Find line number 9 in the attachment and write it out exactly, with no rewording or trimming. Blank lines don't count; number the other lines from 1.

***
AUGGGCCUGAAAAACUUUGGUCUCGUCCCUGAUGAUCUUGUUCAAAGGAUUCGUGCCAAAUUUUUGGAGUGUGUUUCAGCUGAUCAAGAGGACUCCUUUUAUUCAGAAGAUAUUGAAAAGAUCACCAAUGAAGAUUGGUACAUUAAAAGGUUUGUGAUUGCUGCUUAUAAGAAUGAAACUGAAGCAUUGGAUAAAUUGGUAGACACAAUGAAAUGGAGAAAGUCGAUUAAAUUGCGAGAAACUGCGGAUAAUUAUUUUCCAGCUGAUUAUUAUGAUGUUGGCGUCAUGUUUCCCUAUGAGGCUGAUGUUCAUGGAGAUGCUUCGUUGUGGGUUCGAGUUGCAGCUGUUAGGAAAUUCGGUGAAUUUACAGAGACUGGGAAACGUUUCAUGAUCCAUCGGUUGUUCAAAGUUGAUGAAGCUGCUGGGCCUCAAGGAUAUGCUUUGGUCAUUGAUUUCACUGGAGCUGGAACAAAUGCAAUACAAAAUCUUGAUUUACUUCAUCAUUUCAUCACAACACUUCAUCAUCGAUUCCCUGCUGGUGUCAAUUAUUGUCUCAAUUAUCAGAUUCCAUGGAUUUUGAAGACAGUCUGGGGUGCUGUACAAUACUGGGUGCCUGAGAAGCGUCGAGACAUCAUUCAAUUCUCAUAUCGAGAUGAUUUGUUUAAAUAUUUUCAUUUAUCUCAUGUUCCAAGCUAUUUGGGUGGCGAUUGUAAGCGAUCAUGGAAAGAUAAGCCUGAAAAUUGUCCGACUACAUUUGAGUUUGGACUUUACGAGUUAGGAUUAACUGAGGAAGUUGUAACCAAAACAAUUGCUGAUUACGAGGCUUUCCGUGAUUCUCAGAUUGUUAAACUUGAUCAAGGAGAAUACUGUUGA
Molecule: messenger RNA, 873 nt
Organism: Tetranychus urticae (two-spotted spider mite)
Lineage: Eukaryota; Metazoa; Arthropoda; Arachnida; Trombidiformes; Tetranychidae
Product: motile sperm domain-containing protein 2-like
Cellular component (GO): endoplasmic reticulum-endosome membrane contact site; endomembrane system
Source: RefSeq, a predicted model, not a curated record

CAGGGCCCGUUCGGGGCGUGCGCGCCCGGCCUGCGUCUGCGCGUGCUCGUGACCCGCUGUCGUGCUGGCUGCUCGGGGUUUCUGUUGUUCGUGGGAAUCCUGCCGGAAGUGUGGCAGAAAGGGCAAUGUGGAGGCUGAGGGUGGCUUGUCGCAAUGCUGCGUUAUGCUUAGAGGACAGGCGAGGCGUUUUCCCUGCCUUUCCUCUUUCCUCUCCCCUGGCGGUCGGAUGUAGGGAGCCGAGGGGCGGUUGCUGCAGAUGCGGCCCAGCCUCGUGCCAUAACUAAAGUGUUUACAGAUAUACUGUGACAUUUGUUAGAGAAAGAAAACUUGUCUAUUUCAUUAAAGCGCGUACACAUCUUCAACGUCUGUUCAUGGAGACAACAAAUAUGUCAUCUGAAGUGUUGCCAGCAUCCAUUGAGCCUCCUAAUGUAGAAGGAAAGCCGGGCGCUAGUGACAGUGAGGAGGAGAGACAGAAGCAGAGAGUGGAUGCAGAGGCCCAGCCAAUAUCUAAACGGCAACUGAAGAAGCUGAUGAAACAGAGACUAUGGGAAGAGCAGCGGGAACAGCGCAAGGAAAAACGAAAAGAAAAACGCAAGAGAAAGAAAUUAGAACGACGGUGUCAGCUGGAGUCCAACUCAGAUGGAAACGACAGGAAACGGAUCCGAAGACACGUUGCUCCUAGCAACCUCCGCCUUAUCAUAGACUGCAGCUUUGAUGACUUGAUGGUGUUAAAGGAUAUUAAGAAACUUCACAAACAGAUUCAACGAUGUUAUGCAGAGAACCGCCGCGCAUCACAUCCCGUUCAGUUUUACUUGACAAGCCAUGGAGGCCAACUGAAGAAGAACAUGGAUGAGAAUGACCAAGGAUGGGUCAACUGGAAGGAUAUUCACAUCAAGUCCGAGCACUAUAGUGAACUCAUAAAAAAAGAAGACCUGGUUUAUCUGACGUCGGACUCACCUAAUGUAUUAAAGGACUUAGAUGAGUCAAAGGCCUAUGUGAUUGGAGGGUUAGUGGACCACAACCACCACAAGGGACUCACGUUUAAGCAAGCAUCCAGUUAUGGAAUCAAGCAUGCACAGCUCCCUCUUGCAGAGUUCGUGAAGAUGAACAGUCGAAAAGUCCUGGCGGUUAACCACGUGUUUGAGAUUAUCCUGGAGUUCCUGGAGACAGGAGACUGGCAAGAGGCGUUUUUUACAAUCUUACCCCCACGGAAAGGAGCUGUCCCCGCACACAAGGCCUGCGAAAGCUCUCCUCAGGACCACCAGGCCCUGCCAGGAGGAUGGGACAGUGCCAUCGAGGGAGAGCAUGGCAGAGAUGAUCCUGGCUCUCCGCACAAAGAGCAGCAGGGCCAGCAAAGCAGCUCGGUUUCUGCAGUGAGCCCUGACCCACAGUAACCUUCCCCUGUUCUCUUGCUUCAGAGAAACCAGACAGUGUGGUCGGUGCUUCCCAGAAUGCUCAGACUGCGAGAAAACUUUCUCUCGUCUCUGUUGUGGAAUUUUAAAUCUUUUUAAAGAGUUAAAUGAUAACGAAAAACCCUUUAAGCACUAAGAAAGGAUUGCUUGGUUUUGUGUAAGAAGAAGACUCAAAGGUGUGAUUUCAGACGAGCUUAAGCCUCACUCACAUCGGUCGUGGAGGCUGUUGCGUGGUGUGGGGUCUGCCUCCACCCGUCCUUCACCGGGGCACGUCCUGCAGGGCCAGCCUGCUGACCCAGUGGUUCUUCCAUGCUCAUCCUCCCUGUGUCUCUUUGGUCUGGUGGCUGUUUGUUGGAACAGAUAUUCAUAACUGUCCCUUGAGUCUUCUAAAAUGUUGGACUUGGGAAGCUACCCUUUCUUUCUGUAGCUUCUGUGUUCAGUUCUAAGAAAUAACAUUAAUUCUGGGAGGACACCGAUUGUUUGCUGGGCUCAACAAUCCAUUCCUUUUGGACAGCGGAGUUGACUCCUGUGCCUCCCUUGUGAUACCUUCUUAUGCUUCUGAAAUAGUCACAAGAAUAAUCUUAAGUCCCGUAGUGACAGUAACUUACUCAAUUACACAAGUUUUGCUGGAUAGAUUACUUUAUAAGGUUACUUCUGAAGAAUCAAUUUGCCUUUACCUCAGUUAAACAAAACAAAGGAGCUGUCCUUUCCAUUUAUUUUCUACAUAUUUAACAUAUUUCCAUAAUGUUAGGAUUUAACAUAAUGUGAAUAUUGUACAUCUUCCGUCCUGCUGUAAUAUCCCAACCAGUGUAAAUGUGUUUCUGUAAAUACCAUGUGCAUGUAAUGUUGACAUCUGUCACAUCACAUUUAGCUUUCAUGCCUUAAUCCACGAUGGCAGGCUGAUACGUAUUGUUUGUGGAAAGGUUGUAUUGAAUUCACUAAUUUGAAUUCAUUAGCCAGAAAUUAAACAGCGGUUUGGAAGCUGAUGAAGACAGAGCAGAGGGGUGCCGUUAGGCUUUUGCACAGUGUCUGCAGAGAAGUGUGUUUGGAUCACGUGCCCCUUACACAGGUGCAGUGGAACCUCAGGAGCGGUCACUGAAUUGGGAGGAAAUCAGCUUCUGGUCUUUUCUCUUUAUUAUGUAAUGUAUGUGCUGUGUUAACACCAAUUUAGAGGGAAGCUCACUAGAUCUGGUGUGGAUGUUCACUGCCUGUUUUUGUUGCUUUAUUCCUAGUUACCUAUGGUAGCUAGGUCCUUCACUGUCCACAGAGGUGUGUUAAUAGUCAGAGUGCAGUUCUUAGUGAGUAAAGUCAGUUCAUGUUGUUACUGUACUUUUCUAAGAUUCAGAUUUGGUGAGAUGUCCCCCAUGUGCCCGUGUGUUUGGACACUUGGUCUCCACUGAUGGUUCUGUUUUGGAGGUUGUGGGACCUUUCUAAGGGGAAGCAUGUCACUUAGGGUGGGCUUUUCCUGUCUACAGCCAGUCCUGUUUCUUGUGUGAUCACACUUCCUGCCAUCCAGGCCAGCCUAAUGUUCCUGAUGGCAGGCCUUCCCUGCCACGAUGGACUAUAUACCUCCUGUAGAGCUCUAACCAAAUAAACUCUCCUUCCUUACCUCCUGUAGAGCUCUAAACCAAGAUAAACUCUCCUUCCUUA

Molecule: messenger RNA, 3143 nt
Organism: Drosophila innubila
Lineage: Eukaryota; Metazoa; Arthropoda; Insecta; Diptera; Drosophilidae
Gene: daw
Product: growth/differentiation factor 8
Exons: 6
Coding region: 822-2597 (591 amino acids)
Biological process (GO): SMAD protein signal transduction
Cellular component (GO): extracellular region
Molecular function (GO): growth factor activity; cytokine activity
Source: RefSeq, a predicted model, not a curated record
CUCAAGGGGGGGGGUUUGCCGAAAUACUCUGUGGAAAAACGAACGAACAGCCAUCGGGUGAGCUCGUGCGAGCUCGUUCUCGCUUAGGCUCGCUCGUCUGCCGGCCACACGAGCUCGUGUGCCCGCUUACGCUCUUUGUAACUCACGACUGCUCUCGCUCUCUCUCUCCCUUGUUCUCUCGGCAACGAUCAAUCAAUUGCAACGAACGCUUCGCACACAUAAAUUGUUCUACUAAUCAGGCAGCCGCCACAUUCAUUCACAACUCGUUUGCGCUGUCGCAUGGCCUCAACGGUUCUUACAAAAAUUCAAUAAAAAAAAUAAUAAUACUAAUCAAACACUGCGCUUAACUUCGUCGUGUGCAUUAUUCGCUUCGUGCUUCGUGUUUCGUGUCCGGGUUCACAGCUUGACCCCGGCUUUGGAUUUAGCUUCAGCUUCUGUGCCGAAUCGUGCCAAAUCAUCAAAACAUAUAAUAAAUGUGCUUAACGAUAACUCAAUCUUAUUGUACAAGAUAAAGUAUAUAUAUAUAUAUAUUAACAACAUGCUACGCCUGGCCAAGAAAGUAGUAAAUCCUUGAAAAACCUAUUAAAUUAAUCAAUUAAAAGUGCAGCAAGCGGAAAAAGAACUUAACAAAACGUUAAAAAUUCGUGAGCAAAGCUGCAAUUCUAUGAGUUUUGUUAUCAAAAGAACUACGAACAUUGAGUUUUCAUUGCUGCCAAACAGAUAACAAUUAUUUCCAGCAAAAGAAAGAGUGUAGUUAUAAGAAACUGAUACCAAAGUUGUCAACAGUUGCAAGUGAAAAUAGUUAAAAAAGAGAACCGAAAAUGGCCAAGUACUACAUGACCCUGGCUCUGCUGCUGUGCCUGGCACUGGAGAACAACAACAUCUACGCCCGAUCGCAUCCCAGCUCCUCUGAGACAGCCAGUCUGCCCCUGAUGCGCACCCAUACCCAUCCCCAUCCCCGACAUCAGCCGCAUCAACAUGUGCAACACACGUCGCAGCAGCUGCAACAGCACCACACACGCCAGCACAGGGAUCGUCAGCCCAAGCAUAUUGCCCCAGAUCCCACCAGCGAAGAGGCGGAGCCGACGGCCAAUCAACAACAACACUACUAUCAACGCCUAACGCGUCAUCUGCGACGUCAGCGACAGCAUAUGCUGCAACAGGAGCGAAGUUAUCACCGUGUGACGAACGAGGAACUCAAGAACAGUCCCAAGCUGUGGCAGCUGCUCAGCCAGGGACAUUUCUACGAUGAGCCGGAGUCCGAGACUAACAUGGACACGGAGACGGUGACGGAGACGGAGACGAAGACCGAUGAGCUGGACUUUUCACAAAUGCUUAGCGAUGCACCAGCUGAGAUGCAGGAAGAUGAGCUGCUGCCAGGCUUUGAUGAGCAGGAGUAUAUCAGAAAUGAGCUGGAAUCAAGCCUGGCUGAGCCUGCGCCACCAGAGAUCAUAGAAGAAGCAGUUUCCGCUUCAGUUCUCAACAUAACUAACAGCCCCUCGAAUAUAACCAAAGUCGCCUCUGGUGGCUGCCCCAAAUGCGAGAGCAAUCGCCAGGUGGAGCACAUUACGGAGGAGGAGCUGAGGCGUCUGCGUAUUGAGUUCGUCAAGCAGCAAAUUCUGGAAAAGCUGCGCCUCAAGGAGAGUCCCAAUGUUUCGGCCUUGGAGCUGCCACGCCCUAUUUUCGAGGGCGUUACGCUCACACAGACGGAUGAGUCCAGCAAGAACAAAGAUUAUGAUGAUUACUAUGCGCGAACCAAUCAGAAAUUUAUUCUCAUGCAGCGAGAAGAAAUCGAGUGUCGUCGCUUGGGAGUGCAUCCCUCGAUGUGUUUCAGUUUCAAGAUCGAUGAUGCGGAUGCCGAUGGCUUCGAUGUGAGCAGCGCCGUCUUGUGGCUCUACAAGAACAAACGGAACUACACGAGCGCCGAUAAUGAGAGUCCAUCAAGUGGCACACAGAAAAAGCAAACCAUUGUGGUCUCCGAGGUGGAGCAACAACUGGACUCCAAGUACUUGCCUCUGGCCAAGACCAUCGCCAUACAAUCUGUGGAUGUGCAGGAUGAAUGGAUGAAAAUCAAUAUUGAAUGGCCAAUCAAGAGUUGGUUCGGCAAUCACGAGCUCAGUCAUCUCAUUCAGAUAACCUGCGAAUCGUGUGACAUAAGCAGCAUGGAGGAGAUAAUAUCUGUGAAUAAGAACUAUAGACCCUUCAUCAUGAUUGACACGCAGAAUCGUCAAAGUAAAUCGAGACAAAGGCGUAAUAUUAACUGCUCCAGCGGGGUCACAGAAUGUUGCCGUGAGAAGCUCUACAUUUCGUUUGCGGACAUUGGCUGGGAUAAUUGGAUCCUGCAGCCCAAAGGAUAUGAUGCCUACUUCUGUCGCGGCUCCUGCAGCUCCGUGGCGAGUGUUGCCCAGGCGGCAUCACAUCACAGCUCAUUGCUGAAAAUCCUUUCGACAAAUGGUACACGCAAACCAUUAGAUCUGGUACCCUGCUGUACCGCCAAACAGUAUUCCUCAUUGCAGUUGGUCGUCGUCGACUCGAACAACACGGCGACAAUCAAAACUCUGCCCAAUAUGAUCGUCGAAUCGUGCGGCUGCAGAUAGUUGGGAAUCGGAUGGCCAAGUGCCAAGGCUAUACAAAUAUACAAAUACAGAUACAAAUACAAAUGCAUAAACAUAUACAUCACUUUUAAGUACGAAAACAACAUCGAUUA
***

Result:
Molecule: messenger RNA, 3143 nt